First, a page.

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Eat well, Save money, Be well!

Getting rich in plants is totally do-able on a budget… Experience the wellness & vitality that comes with food-intentionality!

Re-think your process

Everything that is prepared and processed comes at a cost…. You just need to decide if it’s worth it. Buying a case of Sprague’s Organic Lentil Soup at Costco so we can rip open a can, throw it in a pot with a pile of spinach is a lifesaver at the end of a 12 hour clinic day. However, thinking ahead a little takes just a bit of effort for so much pay off! Soaking dry beans, sometimes sprouting them (even if kinda by mistake because I left them on the counter too long) and cooking them (Instant Pot to the rescue) is a no-brainer as far as cost-savings.

Of course, we must mention the health costs of convenience. Processed and prepared foods notoriously contain sodium, refined sugars, preservatives etc. designed to woo your taste buds and loosen your wallet rather than flatter your waistline or support your long-term health.


  • Buy dry – Dried beans are a great way to go with no need for cans or recycling those cans and other can-related concerns (preservatives like EDTA, BPA linings etc.)
  • Get all souped up – stock your freezer with delicious, nutritious soups, stews, sauces, dips and dressings
  • Get on the case – compare your own prices, cases can be cheaper
  • Get canned – We’re not canners, but we know lots of you are!
  • Chill out – Frozen fruits and vegetables are picked at the peak of their ripeness and nutritional status and maintain their goodness! We’re talking cost savings and a stellar “shelf life”.  A 2017 study  found that there were no significant differences in vitamin content between frozen and fresh vegetables. Furthermore, when there was a slight difference, it was more likely that the frozen vegetables had a higher concentration of nutrients than their fresh counterparts.

Buy in season

There is nothing like fresh, crisp, sweet strawberries when they are in season. Or lovely, flavourful asparagus. While it can be challenging to buy “in season” year-round in our North American climate, we can definitely take advantage of the seasonal veg and fruit that Ontario has to offer!

Seasonal eating = best taste, maximum freshness, highest nutritional bang for your buck, and best promotes a healthy gut microbiome (which = better moods, weight management, immunity, blood sugar regulation, skin health and so much more.

Buy a bunch, eat lots, freeze some, make soups…. Get creative and save a bundle as well.

Go local

Buying in season and going local go hand in hand as far as taste, nutrition, and freshness. Isn’t it also great knowing that your food didn’t travel cross-continent before you brought it home to prepare? We can drastically reduce our carbon footprint by “going local”. Getting your food from farmer’s markets, local grocers, and CSAs (Community Supported Agriculture) can reduce your food costs… and even better if you happen to have a friend with a garden who has way too much of whatever this year, and they really want to give it to you!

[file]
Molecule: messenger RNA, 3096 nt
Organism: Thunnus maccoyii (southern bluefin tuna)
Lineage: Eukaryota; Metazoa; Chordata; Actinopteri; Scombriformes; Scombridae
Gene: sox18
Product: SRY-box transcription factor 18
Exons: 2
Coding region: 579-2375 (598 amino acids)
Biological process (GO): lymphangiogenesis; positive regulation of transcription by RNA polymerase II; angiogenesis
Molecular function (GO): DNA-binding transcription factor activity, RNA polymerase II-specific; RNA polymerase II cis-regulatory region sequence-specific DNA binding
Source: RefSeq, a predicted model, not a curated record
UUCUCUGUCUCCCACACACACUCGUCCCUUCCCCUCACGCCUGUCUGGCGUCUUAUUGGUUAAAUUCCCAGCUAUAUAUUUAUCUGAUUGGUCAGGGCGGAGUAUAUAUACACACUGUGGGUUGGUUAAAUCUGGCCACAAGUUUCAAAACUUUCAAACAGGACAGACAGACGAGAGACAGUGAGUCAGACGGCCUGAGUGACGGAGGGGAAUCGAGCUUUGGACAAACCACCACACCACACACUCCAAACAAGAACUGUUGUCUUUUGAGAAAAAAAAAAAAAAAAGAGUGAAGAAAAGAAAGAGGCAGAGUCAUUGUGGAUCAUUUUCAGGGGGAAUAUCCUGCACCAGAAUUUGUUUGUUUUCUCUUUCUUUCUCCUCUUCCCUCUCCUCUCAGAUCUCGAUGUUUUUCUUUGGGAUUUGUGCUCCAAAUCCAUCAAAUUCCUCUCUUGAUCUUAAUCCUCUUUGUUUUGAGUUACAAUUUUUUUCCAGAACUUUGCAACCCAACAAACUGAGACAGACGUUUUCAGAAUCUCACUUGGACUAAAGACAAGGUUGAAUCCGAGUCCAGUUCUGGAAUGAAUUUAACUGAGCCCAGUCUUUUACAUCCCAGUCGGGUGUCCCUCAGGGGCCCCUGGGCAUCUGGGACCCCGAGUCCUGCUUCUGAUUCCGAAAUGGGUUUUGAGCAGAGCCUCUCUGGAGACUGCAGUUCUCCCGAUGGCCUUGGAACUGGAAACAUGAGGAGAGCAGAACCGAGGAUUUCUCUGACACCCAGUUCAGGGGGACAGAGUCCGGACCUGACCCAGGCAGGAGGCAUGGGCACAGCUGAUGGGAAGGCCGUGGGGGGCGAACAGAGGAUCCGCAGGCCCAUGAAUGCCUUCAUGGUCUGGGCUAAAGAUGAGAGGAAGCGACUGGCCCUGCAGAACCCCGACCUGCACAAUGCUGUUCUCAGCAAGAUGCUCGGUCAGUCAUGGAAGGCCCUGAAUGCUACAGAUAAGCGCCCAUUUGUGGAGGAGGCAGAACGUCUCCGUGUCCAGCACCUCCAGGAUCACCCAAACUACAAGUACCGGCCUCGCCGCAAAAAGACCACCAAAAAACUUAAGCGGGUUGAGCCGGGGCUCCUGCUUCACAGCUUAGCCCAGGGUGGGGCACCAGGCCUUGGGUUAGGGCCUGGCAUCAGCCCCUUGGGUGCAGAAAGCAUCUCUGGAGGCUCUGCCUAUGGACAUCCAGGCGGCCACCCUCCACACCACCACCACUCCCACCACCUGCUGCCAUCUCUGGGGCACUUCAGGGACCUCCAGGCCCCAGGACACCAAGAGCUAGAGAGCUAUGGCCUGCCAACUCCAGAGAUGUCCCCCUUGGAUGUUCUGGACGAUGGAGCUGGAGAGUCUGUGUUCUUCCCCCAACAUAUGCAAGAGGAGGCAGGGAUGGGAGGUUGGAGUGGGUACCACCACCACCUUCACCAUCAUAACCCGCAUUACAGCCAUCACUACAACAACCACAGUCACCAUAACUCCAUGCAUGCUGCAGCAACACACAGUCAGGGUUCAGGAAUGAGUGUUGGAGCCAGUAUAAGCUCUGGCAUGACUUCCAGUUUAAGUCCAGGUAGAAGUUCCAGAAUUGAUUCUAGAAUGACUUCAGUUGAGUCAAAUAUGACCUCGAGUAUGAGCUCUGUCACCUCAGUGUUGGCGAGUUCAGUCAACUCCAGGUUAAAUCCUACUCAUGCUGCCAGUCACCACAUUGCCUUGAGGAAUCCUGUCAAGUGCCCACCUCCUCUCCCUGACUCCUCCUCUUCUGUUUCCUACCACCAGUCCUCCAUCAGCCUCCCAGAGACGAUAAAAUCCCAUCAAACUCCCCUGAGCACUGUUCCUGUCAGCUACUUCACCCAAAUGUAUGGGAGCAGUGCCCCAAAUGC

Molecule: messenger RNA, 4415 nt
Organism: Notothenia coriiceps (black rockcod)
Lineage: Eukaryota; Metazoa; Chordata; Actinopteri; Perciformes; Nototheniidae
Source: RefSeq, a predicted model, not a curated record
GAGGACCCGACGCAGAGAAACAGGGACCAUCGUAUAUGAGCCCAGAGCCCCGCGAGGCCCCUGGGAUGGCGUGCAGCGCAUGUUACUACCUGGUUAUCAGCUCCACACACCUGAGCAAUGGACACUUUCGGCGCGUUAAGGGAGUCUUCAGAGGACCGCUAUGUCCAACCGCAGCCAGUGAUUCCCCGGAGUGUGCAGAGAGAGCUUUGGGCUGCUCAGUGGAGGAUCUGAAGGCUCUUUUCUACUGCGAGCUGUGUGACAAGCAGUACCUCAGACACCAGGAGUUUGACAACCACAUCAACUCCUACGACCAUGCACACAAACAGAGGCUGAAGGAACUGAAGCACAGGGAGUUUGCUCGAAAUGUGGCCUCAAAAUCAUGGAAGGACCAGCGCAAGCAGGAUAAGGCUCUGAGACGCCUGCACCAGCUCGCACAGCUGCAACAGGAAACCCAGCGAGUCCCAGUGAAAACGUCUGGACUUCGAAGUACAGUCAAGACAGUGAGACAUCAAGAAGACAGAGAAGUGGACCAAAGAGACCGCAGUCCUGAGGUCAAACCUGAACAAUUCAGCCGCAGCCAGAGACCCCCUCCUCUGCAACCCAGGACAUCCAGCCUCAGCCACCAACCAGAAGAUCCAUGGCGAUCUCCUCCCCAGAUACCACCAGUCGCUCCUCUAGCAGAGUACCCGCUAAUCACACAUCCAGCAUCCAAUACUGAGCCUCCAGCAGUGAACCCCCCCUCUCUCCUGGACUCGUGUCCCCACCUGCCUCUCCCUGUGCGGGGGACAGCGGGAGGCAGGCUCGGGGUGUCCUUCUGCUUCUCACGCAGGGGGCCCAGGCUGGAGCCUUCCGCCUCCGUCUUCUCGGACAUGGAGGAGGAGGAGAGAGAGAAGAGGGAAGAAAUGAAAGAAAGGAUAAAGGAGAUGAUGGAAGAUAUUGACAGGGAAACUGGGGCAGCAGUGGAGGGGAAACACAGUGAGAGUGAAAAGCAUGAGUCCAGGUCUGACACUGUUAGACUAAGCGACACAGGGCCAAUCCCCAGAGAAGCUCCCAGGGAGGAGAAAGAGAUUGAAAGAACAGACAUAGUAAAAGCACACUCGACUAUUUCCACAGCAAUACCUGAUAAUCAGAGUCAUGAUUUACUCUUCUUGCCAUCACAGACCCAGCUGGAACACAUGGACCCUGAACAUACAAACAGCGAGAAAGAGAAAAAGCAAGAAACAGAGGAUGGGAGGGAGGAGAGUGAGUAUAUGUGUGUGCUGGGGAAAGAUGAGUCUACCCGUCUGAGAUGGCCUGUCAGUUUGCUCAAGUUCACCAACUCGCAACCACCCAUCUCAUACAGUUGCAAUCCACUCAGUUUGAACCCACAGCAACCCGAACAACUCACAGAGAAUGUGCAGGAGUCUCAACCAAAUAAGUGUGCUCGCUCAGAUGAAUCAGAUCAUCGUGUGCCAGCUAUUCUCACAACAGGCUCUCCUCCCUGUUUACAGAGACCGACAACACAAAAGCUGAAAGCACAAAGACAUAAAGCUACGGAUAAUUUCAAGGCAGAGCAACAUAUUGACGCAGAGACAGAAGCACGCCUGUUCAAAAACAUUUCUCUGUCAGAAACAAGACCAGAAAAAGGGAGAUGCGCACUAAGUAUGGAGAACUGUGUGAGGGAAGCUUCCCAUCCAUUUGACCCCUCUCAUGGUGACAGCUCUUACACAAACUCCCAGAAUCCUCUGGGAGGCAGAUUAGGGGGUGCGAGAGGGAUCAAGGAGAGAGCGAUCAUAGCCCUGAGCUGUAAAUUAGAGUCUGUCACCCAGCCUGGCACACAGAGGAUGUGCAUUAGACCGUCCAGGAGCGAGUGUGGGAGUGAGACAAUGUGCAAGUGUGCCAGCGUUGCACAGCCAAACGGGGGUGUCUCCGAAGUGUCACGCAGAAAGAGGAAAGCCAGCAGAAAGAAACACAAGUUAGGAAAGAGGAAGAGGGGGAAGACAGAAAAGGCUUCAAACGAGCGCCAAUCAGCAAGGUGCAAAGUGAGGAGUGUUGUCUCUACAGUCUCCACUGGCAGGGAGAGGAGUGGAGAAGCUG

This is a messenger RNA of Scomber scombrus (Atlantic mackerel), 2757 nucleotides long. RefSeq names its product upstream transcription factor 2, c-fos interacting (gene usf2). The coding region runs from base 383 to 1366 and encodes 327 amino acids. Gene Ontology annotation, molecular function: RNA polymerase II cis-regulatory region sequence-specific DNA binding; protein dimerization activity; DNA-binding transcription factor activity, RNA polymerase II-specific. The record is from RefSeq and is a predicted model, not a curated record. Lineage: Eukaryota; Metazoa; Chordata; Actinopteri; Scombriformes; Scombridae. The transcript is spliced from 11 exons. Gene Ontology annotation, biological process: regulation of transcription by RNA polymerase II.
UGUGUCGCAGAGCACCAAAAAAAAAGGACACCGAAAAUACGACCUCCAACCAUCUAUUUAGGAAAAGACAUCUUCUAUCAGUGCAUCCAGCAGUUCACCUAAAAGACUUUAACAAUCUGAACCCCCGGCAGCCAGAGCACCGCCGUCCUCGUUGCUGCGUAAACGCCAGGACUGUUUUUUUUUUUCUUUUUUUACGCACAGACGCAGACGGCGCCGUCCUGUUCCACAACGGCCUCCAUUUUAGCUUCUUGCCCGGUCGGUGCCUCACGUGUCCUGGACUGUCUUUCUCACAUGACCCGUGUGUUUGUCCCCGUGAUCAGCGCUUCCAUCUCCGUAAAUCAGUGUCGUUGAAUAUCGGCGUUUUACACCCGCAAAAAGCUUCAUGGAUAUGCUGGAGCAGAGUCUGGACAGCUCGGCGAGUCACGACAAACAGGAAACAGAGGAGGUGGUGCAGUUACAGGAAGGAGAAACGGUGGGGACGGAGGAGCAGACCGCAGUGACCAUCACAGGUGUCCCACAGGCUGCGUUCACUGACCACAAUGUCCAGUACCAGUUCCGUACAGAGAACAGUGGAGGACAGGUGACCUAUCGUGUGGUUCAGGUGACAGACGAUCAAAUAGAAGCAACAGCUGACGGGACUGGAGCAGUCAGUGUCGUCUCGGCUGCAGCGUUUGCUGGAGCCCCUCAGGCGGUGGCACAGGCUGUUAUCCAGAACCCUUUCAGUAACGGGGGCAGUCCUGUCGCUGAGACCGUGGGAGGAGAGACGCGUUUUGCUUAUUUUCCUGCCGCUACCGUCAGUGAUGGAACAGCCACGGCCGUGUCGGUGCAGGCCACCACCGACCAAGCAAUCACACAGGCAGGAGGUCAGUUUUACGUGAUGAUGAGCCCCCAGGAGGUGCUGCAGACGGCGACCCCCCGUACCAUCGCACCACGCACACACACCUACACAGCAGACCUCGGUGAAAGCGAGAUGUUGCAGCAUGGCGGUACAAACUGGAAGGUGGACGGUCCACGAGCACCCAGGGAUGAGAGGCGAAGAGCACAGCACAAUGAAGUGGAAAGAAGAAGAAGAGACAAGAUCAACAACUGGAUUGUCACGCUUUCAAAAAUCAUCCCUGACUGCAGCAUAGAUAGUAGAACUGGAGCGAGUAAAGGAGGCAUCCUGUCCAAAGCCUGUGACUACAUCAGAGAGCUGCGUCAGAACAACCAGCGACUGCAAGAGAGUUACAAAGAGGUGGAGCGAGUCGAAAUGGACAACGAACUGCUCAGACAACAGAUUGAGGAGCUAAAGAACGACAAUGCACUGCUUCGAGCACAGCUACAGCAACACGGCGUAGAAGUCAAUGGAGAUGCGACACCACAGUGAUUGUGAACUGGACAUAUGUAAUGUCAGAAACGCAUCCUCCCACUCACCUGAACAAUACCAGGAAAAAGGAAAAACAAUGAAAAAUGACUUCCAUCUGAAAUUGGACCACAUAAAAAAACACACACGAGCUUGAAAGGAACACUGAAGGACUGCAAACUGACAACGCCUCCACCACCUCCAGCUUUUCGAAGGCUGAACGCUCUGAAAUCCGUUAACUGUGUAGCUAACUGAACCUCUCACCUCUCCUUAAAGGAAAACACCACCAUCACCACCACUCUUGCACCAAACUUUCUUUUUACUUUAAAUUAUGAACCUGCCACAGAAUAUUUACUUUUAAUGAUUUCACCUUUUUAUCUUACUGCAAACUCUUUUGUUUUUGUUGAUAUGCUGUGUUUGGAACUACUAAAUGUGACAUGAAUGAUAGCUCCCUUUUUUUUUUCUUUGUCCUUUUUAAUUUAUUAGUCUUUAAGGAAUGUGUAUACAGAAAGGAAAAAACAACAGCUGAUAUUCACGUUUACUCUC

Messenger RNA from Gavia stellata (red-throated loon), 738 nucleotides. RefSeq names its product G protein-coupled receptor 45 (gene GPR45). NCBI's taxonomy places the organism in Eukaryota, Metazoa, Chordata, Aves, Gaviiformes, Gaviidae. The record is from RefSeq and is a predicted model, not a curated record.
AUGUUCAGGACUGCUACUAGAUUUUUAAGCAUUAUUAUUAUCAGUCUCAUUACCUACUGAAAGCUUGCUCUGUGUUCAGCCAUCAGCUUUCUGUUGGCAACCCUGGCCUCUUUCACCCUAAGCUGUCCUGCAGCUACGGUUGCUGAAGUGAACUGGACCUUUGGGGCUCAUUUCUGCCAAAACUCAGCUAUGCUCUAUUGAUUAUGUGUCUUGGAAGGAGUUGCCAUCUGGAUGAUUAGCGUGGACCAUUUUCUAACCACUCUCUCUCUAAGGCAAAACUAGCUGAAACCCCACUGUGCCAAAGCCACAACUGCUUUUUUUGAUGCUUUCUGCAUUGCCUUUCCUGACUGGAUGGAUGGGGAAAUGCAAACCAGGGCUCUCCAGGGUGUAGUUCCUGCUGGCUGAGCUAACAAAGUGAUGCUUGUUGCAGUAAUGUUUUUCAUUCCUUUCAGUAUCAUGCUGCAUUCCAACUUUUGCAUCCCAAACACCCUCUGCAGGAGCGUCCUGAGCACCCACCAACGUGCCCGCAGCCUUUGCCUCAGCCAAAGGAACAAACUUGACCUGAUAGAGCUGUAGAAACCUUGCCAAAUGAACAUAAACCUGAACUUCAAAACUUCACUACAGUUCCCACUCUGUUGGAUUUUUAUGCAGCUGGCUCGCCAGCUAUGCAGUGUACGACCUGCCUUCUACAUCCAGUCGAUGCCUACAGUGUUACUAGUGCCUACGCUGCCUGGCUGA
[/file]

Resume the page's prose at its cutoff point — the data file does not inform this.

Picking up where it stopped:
Buy in bulk

Stock up when the stocking is good! Buying on sale and in bulk can save you a bundle! For those staples that you know you will be using, buying by the case can be a great way to go. No room? You could take it on as a challenge to declutter, go through your closets and keep mostly those items you really use that “spark joy” as Marie Kondo says. Maybe one of those corners or closets could be a pantry instead of a pile of stuff you don’t know what to do with.

Grow your own

If you have the time, space, sunshine and know how, growing your own food can be a super nutritious & delicious endeavor. Studies also show that gardening is good for your health. HERE is a lovely list. If you don’t know how, it’s good for your brain and neuroplasticity to learn.

If you don’t have the space, sunshine etc., window sill herbs pack a nutrition/flavour punch. You can also try a garden allotment, or perhaps see if gardening is your thing by borrowing a corner of a friend’s garden.


Eating super well and inexpensively need not be complicated. While it does take some effort, thought and intention, thinking ahead and prepping well can become a satisfying habit. When you truly connect your actions with how you feel, you can “take credit” for how great you feel, and you can notice when you are not feeling as great and choose to do something different.

  • Choose foods you like
  • Choose foods with high nutritional value. The ANDI score (Aggregate Nutrient Density Index) can help CLICK HERE to check it out. Sunflower seeds, as an example, are a cheap, healthy whole source of protein and fat. And flax seeds can’t be beat as a super versatile ingredient, and whole source of Omega 3s, fibre and so much more.
  • Get good at a few awesome, simple recipes
  • Change how you serve things up by cooking/not cooking in different ways (steaming, veggie stock sautéing, air frying, baking, blending, chilling, BBQing, etc.), and adding different herbs and spices to the same ingredients

Sprout it

Sprouts of any kind is at their peak of concentrated nutrient density, containing everything that plants need to mature… So good for you! Rich in vitamins, minerals, amino acids and phytonutrients, sprouts are so easy and quick to grow at home on your counter. We love the taste, but if you don’t, they are easy to hide in smoothies and other dishes. You can sprout seeds (kale, broccoli, alfalfa, red clover, and many more), beans and legumes, and you can germinate nuts and seeds. Watch for future blogs on sprouting.




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